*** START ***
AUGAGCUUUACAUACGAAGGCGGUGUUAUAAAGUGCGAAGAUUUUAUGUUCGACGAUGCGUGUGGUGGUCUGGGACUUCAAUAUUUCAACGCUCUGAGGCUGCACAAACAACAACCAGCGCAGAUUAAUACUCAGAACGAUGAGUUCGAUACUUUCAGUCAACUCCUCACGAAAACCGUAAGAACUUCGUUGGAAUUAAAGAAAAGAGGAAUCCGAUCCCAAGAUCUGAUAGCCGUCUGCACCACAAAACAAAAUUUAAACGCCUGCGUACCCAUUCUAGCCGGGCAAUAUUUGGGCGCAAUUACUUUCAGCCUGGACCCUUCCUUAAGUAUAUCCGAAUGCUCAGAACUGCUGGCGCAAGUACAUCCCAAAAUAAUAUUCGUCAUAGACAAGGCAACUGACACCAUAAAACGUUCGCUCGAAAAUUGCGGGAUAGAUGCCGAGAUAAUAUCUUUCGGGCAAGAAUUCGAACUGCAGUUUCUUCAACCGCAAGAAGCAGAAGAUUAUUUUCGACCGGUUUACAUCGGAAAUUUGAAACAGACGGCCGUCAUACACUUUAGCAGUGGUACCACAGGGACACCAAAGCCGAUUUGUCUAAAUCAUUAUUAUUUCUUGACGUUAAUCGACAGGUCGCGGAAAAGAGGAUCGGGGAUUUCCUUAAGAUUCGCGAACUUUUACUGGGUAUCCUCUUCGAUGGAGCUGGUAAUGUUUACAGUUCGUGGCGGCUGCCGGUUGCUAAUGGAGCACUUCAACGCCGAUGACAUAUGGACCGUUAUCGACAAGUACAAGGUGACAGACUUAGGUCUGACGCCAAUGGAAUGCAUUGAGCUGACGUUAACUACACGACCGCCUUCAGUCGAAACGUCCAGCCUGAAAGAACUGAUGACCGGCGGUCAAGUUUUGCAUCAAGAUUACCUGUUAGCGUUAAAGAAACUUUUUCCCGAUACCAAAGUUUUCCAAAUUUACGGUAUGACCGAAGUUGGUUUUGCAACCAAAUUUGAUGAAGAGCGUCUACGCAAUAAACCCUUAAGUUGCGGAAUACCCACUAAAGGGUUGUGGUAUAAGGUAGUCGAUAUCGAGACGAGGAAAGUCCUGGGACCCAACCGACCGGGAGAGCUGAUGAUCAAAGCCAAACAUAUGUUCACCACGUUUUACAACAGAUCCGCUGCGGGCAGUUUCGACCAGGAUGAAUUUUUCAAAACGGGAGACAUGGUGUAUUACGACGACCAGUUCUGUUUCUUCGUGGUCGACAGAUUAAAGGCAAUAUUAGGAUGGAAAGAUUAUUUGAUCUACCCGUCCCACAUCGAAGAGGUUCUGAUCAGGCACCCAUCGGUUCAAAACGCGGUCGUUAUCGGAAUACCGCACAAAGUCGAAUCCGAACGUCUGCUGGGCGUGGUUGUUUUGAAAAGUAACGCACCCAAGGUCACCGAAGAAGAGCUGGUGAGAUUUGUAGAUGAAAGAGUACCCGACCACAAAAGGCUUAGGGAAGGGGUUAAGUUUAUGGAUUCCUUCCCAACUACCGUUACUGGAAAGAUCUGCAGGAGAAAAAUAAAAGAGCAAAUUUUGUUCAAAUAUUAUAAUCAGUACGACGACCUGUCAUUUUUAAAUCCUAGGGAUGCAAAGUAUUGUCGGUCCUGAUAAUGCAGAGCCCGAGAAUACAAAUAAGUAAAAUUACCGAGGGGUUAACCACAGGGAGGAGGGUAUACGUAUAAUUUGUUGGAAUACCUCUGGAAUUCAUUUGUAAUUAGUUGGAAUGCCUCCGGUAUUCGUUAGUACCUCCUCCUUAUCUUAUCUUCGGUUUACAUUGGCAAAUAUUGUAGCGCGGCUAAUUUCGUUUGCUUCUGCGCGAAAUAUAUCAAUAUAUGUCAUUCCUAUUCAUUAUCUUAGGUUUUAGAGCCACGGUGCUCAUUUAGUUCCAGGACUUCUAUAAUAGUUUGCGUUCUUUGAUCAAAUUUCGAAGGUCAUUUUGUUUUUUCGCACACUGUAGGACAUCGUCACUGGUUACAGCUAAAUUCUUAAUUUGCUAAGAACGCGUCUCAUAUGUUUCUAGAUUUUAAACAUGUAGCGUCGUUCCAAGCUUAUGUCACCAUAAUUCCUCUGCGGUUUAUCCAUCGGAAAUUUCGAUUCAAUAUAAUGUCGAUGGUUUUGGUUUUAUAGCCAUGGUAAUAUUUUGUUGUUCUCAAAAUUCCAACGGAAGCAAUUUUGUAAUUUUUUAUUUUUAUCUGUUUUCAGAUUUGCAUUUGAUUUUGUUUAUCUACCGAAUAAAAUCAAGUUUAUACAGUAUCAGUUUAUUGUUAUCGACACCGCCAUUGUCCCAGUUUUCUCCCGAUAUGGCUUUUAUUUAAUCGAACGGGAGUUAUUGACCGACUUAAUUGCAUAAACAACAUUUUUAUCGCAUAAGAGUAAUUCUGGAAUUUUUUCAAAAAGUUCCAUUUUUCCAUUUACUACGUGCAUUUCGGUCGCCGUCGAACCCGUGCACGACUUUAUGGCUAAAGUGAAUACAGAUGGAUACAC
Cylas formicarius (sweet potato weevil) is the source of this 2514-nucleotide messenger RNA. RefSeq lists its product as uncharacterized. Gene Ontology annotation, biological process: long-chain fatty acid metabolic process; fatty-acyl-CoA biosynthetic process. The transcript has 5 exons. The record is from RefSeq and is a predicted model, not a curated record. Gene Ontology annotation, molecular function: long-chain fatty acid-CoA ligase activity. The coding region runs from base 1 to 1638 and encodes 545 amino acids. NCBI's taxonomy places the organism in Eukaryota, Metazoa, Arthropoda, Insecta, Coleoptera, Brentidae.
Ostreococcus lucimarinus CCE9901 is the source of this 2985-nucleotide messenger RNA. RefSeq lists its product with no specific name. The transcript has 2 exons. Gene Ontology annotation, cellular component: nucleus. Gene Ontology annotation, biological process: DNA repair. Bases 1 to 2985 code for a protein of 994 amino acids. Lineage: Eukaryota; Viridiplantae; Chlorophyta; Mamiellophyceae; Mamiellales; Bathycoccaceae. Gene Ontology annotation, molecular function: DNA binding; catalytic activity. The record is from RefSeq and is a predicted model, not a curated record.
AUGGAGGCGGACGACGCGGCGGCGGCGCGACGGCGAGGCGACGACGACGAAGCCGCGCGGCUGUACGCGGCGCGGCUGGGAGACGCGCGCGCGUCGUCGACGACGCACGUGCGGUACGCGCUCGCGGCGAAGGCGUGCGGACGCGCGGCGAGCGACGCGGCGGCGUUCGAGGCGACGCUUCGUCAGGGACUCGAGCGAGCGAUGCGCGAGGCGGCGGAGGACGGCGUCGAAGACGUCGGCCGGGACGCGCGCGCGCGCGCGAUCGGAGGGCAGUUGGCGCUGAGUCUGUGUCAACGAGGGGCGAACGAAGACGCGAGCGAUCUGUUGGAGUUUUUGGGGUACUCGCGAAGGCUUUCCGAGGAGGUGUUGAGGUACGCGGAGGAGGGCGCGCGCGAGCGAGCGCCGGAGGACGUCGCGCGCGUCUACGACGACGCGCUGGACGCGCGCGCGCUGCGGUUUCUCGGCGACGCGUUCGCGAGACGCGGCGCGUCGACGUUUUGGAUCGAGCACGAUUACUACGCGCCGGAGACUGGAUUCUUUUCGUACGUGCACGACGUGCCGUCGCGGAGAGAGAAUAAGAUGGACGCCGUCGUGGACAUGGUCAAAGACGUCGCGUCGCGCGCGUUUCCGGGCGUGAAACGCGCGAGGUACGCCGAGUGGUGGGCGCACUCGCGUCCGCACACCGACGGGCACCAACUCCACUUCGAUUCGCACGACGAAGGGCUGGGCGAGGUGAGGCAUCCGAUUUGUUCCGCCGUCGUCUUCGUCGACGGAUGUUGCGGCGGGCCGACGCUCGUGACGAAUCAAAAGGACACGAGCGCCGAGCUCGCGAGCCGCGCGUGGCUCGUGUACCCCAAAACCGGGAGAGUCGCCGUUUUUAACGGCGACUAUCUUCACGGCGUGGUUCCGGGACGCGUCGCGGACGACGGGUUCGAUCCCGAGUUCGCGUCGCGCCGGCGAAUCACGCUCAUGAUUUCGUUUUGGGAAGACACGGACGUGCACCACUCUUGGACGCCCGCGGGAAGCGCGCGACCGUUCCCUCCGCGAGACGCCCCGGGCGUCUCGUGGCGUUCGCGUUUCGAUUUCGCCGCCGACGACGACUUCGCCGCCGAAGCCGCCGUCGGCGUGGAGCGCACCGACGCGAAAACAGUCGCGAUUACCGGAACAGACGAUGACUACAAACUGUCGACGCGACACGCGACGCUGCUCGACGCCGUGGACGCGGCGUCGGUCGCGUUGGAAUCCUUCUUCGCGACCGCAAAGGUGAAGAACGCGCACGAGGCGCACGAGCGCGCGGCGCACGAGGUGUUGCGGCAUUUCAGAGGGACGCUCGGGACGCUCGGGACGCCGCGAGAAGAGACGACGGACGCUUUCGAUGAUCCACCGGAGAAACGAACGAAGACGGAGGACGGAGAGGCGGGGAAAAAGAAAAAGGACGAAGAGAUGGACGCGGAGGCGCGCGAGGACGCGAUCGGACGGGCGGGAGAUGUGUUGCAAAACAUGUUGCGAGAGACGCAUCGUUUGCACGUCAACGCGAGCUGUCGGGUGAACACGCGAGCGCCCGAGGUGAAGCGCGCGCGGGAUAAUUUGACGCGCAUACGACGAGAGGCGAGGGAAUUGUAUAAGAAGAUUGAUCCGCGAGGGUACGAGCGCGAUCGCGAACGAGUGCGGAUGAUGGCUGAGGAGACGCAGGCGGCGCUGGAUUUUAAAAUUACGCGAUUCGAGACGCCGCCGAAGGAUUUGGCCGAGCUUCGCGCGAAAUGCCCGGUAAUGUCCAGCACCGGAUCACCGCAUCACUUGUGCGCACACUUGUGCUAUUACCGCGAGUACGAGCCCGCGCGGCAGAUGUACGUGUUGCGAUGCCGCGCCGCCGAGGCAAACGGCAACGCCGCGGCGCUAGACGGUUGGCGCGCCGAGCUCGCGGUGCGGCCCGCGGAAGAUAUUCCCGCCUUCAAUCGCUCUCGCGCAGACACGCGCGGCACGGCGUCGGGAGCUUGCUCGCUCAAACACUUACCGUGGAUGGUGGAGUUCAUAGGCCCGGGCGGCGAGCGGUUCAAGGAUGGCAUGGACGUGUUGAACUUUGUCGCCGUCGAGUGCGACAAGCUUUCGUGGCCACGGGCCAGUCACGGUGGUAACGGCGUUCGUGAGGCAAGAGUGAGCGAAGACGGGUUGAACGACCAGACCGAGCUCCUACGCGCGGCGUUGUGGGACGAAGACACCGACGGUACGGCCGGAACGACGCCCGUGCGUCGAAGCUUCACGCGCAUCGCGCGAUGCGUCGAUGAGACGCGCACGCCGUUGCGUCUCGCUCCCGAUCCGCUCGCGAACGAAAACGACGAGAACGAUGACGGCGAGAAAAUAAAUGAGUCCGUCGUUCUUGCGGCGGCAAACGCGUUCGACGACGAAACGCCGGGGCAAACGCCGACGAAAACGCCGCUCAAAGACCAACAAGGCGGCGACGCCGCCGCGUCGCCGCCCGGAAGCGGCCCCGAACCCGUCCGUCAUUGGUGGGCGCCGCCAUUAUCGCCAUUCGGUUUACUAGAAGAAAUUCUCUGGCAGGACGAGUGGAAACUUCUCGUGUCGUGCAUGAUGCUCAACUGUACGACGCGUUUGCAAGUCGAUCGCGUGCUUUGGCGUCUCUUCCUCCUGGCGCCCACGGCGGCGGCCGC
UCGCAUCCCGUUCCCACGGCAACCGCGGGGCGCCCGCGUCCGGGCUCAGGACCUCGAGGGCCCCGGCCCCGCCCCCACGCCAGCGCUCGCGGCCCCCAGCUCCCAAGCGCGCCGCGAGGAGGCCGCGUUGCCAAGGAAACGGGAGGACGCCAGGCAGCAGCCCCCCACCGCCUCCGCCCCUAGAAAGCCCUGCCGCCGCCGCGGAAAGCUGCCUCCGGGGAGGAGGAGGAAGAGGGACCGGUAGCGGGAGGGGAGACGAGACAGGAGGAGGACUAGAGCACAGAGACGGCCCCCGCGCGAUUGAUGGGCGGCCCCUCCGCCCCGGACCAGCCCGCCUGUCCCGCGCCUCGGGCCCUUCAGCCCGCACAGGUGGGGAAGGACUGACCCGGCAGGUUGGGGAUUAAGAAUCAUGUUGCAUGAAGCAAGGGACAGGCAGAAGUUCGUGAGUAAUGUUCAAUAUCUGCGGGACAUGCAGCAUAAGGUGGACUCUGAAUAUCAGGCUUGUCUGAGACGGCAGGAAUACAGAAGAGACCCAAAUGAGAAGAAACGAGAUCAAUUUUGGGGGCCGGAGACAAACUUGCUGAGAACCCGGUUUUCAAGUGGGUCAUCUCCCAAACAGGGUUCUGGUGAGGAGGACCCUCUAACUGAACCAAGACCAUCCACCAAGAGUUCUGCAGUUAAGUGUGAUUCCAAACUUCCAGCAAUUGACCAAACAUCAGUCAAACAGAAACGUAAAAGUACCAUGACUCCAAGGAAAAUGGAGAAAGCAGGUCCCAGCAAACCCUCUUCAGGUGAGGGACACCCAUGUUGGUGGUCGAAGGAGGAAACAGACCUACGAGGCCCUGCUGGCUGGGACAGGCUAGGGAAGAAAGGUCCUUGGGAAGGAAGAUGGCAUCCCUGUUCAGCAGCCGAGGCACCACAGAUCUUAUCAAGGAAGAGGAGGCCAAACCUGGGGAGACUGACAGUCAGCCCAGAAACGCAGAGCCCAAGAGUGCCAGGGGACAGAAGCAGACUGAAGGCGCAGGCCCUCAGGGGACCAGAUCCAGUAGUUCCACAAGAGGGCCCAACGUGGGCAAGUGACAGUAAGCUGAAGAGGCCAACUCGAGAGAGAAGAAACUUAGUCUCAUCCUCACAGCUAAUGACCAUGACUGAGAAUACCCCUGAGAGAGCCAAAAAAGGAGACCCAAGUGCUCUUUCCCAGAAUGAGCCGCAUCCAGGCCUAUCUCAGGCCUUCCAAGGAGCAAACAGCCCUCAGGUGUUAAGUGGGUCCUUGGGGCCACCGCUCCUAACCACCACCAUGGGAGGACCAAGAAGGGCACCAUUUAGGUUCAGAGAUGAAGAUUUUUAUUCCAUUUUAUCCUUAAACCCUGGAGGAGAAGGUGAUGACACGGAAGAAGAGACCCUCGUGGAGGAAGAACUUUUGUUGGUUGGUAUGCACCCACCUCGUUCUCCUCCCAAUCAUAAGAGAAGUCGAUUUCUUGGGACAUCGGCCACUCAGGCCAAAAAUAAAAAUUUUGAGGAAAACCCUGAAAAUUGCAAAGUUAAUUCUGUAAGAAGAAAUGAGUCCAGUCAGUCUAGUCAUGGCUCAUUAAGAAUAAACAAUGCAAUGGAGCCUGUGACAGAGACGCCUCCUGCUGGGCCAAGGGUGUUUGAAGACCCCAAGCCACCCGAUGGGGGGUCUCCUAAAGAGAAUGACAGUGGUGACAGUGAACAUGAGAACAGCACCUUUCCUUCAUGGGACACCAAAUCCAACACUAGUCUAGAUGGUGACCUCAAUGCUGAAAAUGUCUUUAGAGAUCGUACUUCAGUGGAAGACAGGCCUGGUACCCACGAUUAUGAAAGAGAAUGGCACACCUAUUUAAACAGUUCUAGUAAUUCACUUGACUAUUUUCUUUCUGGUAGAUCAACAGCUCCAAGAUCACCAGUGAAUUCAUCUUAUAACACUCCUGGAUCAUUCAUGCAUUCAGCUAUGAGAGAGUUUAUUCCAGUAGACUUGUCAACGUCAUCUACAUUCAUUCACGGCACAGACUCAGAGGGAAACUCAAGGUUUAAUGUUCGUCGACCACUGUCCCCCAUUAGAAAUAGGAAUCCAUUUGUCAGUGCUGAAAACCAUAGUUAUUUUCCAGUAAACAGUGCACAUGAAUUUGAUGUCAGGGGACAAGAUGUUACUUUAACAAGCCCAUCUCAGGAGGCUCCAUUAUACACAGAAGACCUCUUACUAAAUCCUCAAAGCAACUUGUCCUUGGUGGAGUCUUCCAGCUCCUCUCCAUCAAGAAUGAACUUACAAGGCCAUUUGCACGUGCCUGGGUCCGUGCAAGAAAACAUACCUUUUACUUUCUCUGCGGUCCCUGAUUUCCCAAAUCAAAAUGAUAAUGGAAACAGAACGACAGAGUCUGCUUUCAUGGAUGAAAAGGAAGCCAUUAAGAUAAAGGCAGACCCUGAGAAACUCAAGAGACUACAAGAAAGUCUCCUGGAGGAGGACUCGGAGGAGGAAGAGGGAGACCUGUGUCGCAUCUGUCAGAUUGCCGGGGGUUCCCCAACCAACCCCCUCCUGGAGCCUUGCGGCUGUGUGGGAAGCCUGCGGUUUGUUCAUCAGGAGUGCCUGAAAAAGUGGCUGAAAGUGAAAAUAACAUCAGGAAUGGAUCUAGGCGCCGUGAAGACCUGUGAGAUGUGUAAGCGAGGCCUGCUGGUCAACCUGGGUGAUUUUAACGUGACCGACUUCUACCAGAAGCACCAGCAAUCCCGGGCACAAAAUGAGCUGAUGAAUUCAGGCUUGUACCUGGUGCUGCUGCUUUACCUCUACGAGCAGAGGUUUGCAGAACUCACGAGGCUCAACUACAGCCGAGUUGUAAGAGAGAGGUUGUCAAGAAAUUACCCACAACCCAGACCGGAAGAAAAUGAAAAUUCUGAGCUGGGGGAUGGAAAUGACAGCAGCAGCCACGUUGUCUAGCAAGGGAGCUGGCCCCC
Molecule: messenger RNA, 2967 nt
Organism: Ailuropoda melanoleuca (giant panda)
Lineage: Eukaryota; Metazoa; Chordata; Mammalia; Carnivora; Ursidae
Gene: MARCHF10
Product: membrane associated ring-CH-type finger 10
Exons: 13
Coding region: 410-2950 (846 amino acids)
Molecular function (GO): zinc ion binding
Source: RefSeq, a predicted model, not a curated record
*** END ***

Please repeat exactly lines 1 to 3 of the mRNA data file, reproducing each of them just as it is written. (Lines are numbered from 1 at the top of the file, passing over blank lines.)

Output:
AUGAGCUUUACAUACGAAGGCGGUGUUAUAAAGUGCGAAGAUUUUAUGUUCGACGAUGCGUGUGGUGGUCUGGGACUUCAAUAUUUCAACGCUCUGAGGCUGCACAAACAACAACCAGCGCAGAUUAAUACUCAGAACGAUGAGUUCGAUACUUUCAGUCAACUCCUCACGAAAACCGUAAGAACUUCGUUGGAAUUAAAGAAAAGAGGAAUCCGAUCCCAAGAUCUGAUAGCCGUCUGCACCACAAAACAAAAUUUAAACGCCUGCGUACCCAUUCUAGCCGGGCAAUAUUUGGGCGCAAUUACUUUCAGCCUGGACCCUUCCUUAAGUAUAUCCGAAUGCUCAGAACUGCUGGCGCAAGUACAUCCCAAAAUAAUAUUCGUCAUAGACAAGGCAACUGACACCAUAAAACGUUCGCUCGAAAAUUGCGGGAUAGAUGCCGAGAUAAUAUCUUUCGGGCAAGAAUUCGAACUGCAGUUUCUUCAACCGCAAGAAGCAGAAGAUUAUUUUCGACCGGUUUACAUCGGAAAUUUGAAACAGACGGCCGUCAUACACUUUAGCAGUGGUACCACAGGGACACCAAAGCCGAUUUGUCUAAAUCAUUAUUAUUUCUUGACGUUAAUCGACAGGUCGCGGAAAAGAGGAUCGGGGAUUUCCUUAAGAUUCGCGAACUUUUACUGGGUAUCCUCUUCGAUGGAGCUGGUAAUGUUUACAGUUCGUGGCGGCUGCCGGUUGCUAAUGGAGCACUUCAACGCCGAUGACAUAUGGACCGUUAUCGACAAGUACAAGGUGACAGACUUAGGUCUGACGCCAAUGGAAUGCAUUGAGCUGACGUUAACUACACGACCGCCUUCAGUCGAAACGUCCAGCCUGAAAGAACUGAUGACCGGCGGUCAAGUUUUGCAUCAAGAUUACCUGUUAGCGUUAAAGAAACUUUUUCCCGAUACCAAAGUUUUCCAAAUUUACGGUAUGACCGAAGUUGGUUUUGCAACCAAAUUUGAUGAAGAGCGUCUACGCAAUAAACCCUUAAGUUGCGGAAUACCCACUAAAGGGUUGUGGUAUAAGGUAGUCGAUAUCGAGACGAGGAAAGUCCUGGGACCCAACCGACCGGGAGAGCUGAUGAUCAAAGCCAAACAUAUGUUCACCACGUUUUACAACAGAUCCGCUGCGGGCAGUUUCGACCAGGAUGAAUUUUUCAAAACGGGAGACAUGGUGUAUUACGACGACCAGUUCUGUUUCUUCGUGGUCGACAGAUUAAAGGCAAUAUUAGGAUGGAAAGAUUAUUUGAUCUACCCGUCCCACAUCGAAGAGGUUCUGAUCAGGCACCCAUCGGUUCAAAACGCGGUCGUUAUCGGAAUACCGCACAAAGUCGAAUCCGAACGUCUGCUGGGCGUGGUUGUUUUGAAAAGUAACGCACCCAAGGUCACCGAAGAAGAGCUGGUGAGAUUUGUAGAUGAAAGAGUACCCGACCACAAAAGGCUUAGGGAAGGGGUUAAGUUUAUGGAUUCCUUCCCAACUACCGUUACUGGAAAGAUCUGCAGGAGAAAAAUAAAAGAGCAAAUUUUGUUCAAAUAUUAUAAUCAGUACGACGACCUGUCAUUUUUAAAUCCUAGGGAUGCAAAGUAUUGUCGGUCCUGAUAAUGCAGAGCCCGAGAAUACAAAUAAGUAAAAUUACCGAGGGGUUAACCACAGGGAGGAGGGUAUACGUAUAAUUUGUUGGAAUACCUCUGGAAUUCAUUUGUAAUUAGUUGGAAUGCCUCCGGUAUUCGUUAGUACCUCCUCCUUAUCUUAUCUUCGGUUUACAUUGGCAAAUAUUGUAGCGCGGCUAAUUUCGUUUGCUUCUGCGCGAAAUAUAUCAAUAUAUGUCAUUCCUAUUCAUUAUCUUAGGUUUUAGAGCCACGGUGCUCAUUUAGUUCCAGGACUUCUAUAAUAGUUUGCGUUCUUUGAUCAAAUUUCGAAGGUCAUUUUGUUUUUUCGCACACUGUAGGACAUCGUCACUGGUUACAGCUAAAUUCUUAAUUUGCUAAGAACGCGUCUCAUAUGUUUCUAGAUUUUAAACAUGUAGCGUCGUUCCAAGCUUAUGUCACCAUAAUUCCUCUGCGGUUUAUCCAUCGGAAAUUUCGAUUCAAUAUAAUGUCGAUGGUUUUGGUUUUAUAGCCAUGGUAAUAUUUUGUUGUUCUCAAAAUUCCAACGGAAGCAAUUUUGUAAUUUUUUAUUUUUAUCUGUUUUCAGAUUUGCAUUUGAUUUUGUUUAUCUACCGAAUAAAAUCAAGUUUAUACAGUAUCAGUUUAUUGUUAUCGACACCGCCAUUGUCCCAGUUUUCUCCCGAUAUGGCUUUUAUUUAAUCGAACGGGAGUUAUUGACCGACUUAAUUGCAUAAACAACAUUUUUAUCGCAUAAGAGUAAUUCUGGAAUUUUUUCAAAAAGUUCCAUUUUUCCAUUUACUACGUGCAUUUCGGUCGCCGUCGAACCCGUGCACGACUUUAUGGCUAAAGUGAAUACAGAUGGAUACAC
Cylas formicarius (sweet potato weevil) is the source of this 2514-nucleotide messenger RNA. RefSeq lists its product as uncharacterized. Gene Ontology annotation, biological process: long-chain fatty acid metabolic process; fatty-acyl-CoA biosynthetic process. The transcript has 5 exons. The record is from RefSeq and is a predicted model, not a curated record. Gene Ontology annotation, molecular function: long-chain fatty acid-CoA ligase activity. The coding region runs from base 1 to 1638 and encodes 545 amino acids. NCBI's taxonomy places the organism in Eukaryota, Metazoa, Arthropoda, Insecta, Coleoptera, Brentidae.
Ostreococcus lucimarinus CCE9901 is the source of this 2985-nucleotide messenger RNA. RefSeq lists its product with no specific name. The transcript has 2 exons. Gene Ontology annotation, cellular component: nucleus. Gene Ontology annotation, biological process: DNA repair. Bases 1 to 2985 code for a protein of 994 amino acids. Lineage: Eukaryota; Viridiplantae; Chlorophyta; Mamiellophyceae; Mamiellales; Bathycoccaceae. Gene Ontology annotation, molecular function: DNA binding; catalytic activity. The record is from RefSeq and is a predicted model, not a curated record.